A federal watchdog agency is challenging other departments to better disseminate information to help schools prevent and report sexual abuse, and to more vigilantly track and analyze incidents of sexual abuse committed by school personnel, according to a report released Thursday.
The Government Accountability Office found in its report – requested by Rep. George Miller, D-Calif. – that although 46 states have laws requiring school officials to report child sexual abuse and 43 have penalties for not reporting incidents, many states and school districts vary in how they promote awareness and prevention training for school personnel, as well as in how they report suspected abuse.
"Children have a right to be safe in schools and schools have a legal and moral obligation to fulfill that promise," Miller said in a statement. "We must take every available and reasonable step we can to ensure that the people and schools that are entrusted with our children every day protect them from abuse."
Those discrepancies in policy and reporting measures have led to many schools being unaware of their responsibilities in preventing abuse, the report says.
Title IX, an education law that prohibits sex discrimination in any education program receiving federal funds, also has provisions prohibiting sexual harassment. That means sexual abuse of students and sexual misconduct by school personnel are prohibited under Title IX, the report says.
"Schools have the responsibility to prevent sexual abuse under Title IX, but too many of them do not fully understand or comply with the existing requirements, leaving kids vulnerable to abuse and harassment," Miller said. "Protecting kids from sexual abuse in schools is not a choice; it's the law."
But just 18 states require school districts to provide awareness and prevention training on sexual abuse and misconduct, the report found. And of those 18, fewer than half required that Title IX coordinators (school employees who oversee compliance procedures), cafeteria and janitorial personnel, and bus drivers take that training. In only five states did the awareness and prevention training cover the applicability of Title IX to sexual abuse against students.
The report also cites a 2004 report from the Department of Education, which found nearly 1 in 10 students are sexually abused by school personnel – such as teachers, principals, coaches and bus drivers – at some point during their academic careers.
"However, the prevalence of sexual abuse by school personnel remains unknown, in part, because some cases go unreported," the report says. "Further, the term sexual abuse may not capture the full spectrum of the issue."
Some inappropriate behaviors that may not be captured under the umbrella of sexual abuse in state laws include "grooming behaviors" like giving extra attention to one student or giving gifts to a student's family. Using sexual language and gestures, committing written or verbal sexual advances and sharing sexual photos and videos are classified as "sexual misconduct," according to the study – but they still can fall outside the sexual abuse category. However, these definitions vary from state to state.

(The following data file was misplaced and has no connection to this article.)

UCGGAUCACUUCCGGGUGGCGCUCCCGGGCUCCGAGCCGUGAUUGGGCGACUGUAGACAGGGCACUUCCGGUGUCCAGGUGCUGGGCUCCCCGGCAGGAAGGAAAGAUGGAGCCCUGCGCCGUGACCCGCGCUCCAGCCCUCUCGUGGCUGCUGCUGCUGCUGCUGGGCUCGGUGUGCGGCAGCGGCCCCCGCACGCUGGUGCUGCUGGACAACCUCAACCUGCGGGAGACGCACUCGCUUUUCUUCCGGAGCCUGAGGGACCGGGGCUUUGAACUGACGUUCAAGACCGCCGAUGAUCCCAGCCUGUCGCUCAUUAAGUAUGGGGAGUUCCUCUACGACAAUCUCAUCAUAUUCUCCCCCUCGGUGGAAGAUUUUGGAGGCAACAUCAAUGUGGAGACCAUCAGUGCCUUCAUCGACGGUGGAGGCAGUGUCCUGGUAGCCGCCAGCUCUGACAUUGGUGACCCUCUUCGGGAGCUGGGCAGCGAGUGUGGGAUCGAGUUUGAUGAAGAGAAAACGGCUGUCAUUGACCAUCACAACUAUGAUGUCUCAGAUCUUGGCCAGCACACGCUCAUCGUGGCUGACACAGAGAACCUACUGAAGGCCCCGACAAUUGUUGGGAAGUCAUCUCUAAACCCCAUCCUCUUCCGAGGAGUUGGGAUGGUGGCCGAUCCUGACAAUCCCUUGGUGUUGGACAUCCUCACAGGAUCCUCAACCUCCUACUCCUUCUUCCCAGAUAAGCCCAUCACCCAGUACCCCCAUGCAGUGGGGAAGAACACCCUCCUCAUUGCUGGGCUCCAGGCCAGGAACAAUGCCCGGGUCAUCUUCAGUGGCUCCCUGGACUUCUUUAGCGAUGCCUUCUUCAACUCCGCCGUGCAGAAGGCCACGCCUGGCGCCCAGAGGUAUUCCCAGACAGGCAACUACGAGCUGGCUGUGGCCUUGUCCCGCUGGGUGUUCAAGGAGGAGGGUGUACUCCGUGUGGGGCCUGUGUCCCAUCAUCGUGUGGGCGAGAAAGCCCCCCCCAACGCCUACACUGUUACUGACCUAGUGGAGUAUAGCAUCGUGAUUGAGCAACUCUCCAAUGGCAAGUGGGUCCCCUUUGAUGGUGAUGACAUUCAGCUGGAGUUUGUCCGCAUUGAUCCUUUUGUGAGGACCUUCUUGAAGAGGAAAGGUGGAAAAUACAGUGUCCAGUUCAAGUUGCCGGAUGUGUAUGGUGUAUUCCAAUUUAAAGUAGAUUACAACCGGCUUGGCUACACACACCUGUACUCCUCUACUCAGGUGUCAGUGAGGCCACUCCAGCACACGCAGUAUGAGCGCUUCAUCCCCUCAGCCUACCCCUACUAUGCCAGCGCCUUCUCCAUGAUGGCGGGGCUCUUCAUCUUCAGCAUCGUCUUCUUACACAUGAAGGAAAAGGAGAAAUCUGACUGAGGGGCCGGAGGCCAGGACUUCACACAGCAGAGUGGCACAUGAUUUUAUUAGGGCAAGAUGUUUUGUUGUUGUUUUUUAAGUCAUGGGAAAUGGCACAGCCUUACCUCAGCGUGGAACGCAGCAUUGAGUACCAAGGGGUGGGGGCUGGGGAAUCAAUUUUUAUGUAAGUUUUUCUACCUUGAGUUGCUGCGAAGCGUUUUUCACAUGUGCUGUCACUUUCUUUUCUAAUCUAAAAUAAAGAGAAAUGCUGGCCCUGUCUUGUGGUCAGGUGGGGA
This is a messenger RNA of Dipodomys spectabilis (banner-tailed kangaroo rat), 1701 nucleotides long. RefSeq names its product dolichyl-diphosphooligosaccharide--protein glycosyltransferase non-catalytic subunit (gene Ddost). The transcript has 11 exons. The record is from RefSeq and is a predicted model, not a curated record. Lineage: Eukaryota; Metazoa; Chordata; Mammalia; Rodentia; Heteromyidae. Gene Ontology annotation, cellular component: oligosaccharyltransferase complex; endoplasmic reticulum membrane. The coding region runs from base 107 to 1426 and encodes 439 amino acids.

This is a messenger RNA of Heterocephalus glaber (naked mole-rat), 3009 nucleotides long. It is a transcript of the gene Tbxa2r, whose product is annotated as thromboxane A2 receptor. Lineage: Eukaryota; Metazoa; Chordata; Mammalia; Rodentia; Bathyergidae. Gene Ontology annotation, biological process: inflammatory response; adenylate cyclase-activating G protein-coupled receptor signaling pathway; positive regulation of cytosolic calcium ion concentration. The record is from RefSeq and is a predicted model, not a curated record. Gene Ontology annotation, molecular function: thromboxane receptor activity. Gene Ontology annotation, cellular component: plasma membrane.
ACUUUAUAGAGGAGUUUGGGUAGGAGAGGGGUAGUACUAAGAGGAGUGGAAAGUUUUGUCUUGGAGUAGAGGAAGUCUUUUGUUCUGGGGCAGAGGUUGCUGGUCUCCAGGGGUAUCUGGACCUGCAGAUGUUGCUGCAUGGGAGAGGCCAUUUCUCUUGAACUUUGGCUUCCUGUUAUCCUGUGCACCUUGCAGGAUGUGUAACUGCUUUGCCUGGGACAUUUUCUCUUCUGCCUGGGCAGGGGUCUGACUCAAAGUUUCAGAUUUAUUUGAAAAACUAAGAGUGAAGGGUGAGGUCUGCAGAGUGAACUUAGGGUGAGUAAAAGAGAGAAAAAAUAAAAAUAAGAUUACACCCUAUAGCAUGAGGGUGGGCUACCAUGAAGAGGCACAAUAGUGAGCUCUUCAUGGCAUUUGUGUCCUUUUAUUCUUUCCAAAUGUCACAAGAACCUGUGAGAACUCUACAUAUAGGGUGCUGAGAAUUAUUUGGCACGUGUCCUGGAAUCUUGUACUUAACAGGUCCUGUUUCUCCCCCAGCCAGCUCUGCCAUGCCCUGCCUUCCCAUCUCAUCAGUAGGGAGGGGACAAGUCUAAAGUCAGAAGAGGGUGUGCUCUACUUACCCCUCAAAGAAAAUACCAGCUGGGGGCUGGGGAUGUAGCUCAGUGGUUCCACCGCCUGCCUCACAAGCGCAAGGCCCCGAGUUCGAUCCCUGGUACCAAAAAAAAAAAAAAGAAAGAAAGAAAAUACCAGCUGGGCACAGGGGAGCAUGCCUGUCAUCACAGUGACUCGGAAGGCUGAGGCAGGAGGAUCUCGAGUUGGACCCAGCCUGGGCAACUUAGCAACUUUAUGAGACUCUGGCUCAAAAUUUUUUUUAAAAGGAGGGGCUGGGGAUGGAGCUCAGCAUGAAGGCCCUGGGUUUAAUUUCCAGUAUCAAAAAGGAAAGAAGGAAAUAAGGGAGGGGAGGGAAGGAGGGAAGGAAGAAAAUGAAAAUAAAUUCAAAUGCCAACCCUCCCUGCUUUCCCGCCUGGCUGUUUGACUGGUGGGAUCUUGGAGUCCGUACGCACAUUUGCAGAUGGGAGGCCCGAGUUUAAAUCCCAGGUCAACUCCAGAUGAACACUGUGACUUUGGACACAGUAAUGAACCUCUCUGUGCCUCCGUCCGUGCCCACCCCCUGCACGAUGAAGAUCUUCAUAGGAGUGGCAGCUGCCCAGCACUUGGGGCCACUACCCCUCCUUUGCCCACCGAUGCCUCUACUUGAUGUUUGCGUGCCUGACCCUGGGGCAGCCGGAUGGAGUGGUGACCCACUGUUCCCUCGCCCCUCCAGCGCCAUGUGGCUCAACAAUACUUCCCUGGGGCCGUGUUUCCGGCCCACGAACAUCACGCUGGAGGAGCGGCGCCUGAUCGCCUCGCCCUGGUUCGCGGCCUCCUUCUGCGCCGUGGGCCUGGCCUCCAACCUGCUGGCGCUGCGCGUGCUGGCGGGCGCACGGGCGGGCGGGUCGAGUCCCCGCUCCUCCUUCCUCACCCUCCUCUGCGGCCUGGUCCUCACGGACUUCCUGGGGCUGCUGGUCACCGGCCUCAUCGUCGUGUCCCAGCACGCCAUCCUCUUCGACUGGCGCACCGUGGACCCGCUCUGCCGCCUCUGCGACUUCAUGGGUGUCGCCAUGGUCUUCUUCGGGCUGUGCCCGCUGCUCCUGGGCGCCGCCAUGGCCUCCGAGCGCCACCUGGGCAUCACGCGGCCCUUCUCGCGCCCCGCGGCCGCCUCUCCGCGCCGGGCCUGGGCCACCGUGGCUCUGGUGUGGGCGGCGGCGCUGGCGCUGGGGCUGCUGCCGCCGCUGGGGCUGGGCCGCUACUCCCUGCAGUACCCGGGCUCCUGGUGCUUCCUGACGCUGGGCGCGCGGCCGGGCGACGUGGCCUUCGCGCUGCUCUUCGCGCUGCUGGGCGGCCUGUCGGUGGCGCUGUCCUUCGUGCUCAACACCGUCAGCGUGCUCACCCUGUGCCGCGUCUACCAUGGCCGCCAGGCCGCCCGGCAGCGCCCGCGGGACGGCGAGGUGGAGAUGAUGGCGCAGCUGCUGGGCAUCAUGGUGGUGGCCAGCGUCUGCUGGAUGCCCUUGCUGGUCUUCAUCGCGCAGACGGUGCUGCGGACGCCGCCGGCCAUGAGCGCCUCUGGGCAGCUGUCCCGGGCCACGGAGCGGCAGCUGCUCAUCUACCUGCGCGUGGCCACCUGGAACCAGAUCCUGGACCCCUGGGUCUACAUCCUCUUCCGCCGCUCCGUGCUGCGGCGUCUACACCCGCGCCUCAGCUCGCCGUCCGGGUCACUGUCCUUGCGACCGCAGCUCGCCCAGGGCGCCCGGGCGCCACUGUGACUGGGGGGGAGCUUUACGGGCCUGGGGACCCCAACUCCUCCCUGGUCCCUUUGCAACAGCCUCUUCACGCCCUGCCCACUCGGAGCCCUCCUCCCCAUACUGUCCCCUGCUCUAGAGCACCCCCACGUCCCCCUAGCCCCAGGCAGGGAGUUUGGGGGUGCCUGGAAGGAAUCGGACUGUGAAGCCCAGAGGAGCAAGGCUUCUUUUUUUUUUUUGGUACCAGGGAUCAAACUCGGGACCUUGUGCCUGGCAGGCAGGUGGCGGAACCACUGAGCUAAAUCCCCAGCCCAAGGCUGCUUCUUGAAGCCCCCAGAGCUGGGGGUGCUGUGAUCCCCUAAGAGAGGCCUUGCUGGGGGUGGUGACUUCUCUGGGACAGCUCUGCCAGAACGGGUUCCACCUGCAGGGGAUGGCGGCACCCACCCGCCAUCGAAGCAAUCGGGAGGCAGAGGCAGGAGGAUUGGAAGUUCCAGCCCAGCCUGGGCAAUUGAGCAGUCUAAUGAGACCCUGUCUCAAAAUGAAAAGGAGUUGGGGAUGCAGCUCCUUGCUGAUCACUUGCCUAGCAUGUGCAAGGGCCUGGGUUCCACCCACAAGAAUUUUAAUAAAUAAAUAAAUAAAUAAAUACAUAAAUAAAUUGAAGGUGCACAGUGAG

"Sexual abuse of students by school personnel raises particular concerns because of the trust and responsibility placed with schools to ensure a safe and productive learning environment," the report says.
In response to the report, Deborah Delisle, the Department of Education's assistant secretary for elementary and secondary education, said the department is revising its Adult Sexual Misconduct training module to target a wider audience that will include school volunteers. She also said that "to the extent possible," the department will look into ways to better track the prevalence of child sexual abuse by school personnel.
"The Department shares the view, outlined in this report, that sexual abuse by school personnel raises particular concerns because of the trust placed with schools," Delisle said in her response. "Child sexual abuse has a wide array of significant detrimental consequences on the physical, psychological, academic, and behavioral development of children. ... Still, there remains much that needs to be done."
Jim Hmurovich, president and chief executive officer of Prevent Child Abuse America, said in a statement that the report shows there is “much more that can be done to promote the happy and healthy childhoods that all our children deserve.”
“As the old adage says, ‘Measure is the mark of man,’ but if we do not have common definitions, strategies, and effort to measure our prevention work, the impact is not as great as it could be,” Hmurovich said. “Every child deserves a happy and healthy childhood, but the fact that there are different definitions, standards and reporting requirements in different states makes the monumental task of finding where we need to concentrate our prevention efforts all the more difficult. This task is not left to the government and school systems alone, but it’s up to all of us.”
Updated on Jan. 31, 2014:
This story has been updated to reflect
comments from Prevent Child Abuse America.